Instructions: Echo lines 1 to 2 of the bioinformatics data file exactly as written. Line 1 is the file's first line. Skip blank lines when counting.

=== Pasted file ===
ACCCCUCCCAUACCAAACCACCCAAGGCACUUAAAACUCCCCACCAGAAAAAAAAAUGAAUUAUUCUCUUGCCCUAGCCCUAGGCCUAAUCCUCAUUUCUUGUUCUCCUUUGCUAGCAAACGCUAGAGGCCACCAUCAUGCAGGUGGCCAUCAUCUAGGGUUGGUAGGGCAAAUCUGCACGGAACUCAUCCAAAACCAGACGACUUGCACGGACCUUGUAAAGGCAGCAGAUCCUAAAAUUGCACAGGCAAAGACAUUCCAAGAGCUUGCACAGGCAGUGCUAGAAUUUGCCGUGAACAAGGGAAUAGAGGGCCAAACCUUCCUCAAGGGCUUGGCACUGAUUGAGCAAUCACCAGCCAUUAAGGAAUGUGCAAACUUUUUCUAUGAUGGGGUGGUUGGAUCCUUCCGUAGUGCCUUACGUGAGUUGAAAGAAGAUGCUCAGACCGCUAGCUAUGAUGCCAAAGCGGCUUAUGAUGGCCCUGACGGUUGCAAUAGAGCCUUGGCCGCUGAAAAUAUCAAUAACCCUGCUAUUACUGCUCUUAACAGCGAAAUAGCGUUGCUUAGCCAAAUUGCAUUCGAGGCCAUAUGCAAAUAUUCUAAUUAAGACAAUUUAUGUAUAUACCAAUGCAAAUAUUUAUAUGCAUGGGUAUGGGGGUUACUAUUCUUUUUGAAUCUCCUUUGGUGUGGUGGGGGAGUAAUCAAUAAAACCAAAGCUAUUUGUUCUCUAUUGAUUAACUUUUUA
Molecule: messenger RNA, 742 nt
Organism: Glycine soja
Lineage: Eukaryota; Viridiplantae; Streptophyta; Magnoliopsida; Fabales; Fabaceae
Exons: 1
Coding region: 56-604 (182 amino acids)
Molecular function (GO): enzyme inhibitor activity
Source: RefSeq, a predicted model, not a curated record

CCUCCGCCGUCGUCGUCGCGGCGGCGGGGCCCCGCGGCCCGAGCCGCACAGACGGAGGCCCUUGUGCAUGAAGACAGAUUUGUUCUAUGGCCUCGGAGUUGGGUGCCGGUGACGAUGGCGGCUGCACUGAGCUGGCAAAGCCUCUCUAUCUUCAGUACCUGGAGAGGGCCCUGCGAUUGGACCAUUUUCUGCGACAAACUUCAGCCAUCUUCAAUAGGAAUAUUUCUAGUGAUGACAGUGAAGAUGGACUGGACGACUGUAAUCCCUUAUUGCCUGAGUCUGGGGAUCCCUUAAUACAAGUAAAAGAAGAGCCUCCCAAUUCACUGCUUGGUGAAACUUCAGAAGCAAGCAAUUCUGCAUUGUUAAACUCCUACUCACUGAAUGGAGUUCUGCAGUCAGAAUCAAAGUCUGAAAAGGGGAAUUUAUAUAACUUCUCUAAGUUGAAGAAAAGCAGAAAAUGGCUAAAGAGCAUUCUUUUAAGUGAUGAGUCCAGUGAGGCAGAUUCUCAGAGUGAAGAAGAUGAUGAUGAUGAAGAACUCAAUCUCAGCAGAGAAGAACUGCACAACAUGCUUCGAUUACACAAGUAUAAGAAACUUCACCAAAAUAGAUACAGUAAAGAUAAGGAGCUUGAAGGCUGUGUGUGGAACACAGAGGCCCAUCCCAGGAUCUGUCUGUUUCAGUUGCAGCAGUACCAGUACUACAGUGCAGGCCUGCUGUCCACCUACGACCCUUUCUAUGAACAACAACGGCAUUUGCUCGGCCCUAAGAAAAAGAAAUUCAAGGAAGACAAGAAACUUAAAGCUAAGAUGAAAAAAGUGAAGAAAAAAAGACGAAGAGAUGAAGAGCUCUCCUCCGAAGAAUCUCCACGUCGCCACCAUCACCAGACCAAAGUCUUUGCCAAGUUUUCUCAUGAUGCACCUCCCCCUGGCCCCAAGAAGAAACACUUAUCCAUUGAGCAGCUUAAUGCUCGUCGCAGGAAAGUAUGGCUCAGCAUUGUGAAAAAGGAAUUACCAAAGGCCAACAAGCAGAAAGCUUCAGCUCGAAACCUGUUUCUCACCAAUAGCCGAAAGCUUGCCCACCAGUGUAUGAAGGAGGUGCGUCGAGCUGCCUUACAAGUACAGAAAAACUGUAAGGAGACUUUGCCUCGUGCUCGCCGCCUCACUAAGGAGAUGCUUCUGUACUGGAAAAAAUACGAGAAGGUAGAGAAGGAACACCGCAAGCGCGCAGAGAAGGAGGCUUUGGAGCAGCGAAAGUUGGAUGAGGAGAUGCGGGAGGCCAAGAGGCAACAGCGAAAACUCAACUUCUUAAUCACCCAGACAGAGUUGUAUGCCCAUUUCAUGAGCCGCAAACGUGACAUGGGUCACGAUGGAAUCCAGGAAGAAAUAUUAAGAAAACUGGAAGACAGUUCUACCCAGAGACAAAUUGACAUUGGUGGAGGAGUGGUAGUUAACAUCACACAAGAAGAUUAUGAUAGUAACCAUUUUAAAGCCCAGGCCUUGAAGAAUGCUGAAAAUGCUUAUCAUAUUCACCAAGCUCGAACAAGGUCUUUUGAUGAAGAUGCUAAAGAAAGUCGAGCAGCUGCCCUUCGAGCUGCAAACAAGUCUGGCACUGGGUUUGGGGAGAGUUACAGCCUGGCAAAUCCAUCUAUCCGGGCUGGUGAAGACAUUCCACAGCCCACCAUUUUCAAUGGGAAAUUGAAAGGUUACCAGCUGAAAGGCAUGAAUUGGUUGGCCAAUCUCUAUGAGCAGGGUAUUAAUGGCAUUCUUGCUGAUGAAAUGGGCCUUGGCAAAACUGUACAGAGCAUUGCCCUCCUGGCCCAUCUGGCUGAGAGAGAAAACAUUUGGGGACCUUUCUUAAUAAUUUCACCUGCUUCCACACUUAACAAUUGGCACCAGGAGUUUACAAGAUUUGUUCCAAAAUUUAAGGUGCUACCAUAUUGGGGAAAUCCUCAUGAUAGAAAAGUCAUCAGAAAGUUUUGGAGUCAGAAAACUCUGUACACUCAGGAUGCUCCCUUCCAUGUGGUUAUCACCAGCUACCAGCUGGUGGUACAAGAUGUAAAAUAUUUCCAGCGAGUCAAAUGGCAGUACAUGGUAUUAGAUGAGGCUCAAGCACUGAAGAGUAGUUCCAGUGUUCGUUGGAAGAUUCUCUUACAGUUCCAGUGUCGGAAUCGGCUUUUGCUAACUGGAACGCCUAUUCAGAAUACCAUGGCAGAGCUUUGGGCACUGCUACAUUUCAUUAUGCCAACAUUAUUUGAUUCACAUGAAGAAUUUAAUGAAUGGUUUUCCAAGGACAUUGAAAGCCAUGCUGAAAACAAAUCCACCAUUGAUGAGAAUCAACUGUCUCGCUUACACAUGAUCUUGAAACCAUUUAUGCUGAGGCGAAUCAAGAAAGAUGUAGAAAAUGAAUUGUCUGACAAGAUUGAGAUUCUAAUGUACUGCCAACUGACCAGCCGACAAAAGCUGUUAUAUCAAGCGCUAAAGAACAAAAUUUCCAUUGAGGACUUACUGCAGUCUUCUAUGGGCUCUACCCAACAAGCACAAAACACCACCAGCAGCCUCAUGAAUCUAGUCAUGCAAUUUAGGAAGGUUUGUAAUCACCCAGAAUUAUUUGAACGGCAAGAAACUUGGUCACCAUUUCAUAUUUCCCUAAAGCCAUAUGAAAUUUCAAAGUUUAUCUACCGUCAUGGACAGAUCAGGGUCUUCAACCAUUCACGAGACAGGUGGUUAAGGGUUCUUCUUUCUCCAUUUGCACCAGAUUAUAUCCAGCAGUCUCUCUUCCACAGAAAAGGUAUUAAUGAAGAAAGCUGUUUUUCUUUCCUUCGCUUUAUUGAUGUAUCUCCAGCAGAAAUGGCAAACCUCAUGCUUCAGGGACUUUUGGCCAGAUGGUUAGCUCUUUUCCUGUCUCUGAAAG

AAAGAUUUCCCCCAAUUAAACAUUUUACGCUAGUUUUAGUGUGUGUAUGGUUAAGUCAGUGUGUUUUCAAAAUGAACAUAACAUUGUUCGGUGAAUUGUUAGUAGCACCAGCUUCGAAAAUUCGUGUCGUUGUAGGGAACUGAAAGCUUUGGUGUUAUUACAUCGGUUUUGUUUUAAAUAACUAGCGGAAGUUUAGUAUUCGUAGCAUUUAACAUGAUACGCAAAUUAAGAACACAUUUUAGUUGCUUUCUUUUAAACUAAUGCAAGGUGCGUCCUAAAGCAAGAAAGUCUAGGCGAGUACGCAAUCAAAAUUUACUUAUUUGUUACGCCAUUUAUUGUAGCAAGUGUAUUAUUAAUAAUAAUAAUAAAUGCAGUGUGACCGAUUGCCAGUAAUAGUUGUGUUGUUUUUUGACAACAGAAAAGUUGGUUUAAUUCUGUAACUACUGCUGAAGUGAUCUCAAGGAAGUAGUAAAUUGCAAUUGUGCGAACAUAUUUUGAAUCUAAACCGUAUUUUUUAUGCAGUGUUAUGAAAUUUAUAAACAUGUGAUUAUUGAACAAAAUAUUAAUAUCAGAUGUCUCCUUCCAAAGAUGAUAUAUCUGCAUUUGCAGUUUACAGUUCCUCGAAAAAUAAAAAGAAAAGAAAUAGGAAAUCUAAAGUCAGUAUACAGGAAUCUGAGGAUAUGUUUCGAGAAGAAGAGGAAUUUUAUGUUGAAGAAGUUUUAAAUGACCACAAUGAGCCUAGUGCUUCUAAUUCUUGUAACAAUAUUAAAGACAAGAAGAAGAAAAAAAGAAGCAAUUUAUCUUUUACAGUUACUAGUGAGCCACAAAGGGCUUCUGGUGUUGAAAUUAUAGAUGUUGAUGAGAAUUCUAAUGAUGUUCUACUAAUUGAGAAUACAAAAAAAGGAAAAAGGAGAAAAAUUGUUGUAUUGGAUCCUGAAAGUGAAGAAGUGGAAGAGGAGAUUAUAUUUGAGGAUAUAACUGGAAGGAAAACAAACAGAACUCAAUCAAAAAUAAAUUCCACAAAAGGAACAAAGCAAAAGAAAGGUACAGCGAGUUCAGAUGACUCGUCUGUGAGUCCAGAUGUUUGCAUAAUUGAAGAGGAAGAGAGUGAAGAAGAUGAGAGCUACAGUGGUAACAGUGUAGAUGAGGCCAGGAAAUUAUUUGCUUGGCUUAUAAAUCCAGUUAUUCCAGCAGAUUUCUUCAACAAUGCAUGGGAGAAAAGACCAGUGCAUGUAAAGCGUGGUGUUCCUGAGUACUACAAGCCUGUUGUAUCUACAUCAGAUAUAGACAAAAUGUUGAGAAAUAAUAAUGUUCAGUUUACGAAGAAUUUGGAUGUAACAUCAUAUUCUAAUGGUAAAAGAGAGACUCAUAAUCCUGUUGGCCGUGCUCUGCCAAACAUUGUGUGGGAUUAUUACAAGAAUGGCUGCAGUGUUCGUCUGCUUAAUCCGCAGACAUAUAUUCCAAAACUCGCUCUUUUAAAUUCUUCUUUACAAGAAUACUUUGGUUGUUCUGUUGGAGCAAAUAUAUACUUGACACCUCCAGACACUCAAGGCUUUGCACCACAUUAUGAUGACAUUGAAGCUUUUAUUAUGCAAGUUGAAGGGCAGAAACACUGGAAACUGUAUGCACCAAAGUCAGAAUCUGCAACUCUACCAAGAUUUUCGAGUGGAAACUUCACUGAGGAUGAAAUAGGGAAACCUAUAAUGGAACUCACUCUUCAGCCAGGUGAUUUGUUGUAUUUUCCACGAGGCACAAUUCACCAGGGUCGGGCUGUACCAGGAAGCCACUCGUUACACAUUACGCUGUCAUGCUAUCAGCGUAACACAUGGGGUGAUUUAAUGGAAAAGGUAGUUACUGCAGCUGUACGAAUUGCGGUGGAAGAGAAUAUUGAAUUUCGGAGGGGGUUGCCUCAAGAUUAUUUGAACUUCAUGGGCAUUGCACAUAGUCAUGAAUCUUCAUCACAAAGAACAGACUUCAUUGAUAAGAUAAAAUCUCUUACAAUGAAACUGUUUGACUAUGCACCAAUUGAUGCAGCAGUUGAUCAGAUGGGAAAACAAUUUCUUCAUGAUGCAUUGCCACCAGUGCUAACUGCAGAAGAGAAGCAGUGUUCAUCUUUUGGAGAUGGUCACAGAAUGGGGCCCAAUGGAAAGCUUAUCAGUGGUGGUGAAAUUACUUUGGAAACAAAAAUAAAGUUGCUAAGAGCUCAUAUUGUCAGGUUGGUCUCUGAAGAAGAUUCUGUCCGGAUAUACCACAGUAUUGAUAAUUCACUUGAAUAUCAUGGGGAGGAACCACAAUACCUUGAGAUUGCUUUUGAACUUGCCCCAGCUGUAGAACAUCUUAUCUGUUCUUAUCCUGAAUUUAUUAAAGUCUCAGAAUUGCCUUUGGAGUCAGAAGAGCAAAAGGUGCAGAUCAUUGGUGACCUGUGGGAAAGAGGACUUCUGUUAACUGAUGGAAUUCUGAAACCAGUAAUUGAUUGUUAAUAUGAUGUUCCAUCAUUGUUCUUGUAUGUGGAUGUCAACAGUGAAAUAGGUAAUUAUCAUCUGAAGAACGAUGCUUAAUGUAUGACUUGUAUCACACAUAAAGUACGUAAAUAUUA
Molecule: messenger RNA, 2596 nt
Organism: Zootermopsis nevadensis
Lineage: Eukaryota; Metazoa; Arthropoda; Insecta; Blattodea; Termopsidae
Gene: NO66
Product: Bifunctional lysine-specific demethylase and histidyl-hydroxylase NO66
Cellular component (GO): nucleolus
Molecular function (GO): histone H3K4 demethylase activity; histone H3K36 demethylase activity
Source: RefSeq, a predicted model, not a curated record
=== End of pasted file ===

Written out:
ACCCCUCCCAUACCAAACCACCCAAGGCACUUAAAACUCCCCACCAGAAAAAAAAAUGAAUUAUUCUCUUGCCCUAGCCCUAGGCCUAAUCCUCAUUUCUUGUUCUCCUUUGCUAGCAAACGCUAGAGGCCACCAUCAUGCAGGUGGCCAUCAUCUAGGGUUGGUAGGGCAAAUCUGCACGGAACUCAUCCAAAACCAGACGACUUGCACGGACCUUGUAAAGGCAGCAGAUCCUAAAAUUGCACAGGCAAAGACAUUCCAAGAGCUUGCACAGGCAGUGCUAGAAUUUGCCGUGAACAAGGGAAUAGAGGGCCAAACCUUCCUCAAGGGCUUGGCACUGAUUGAGCAAUCACCAGCCAUUAAGGAAUGUGCAAACUUUUUCUAUGAUGGGGUGGUUGGAUCCUUCCGUAGUGCCUUACGUGAGUUGAAAGAAGAUGCUCAGACCGCUAGCUAUGAUGCCAAAGCGGCUUAUGAUGGCCCUGACGGUUGCAAUAGAGCCUUGGCCGCUGAAAAUAUCAAUAACCCUGCUAUUACUGCUCUUAACAGCGAAAUAGCGUUGCUUAGCCAAAUUGCAUUCGAGGCCAUAUGCAAAUAUUCUAAUUAAGACAAUUUAUGUAUAUACCAAUGCAAAUAUUUAUAUGCAUGGGUAUGGGGGUUACUAUUCUUUUUGAAUCUCCUUUGGUGUGGUGGGGGAGUAAUCAAUAAAACCAAAGCUAUUUGUUCUCUAUUGAUUAACUUUUUA
Molecule: messenger RNA, 742 nt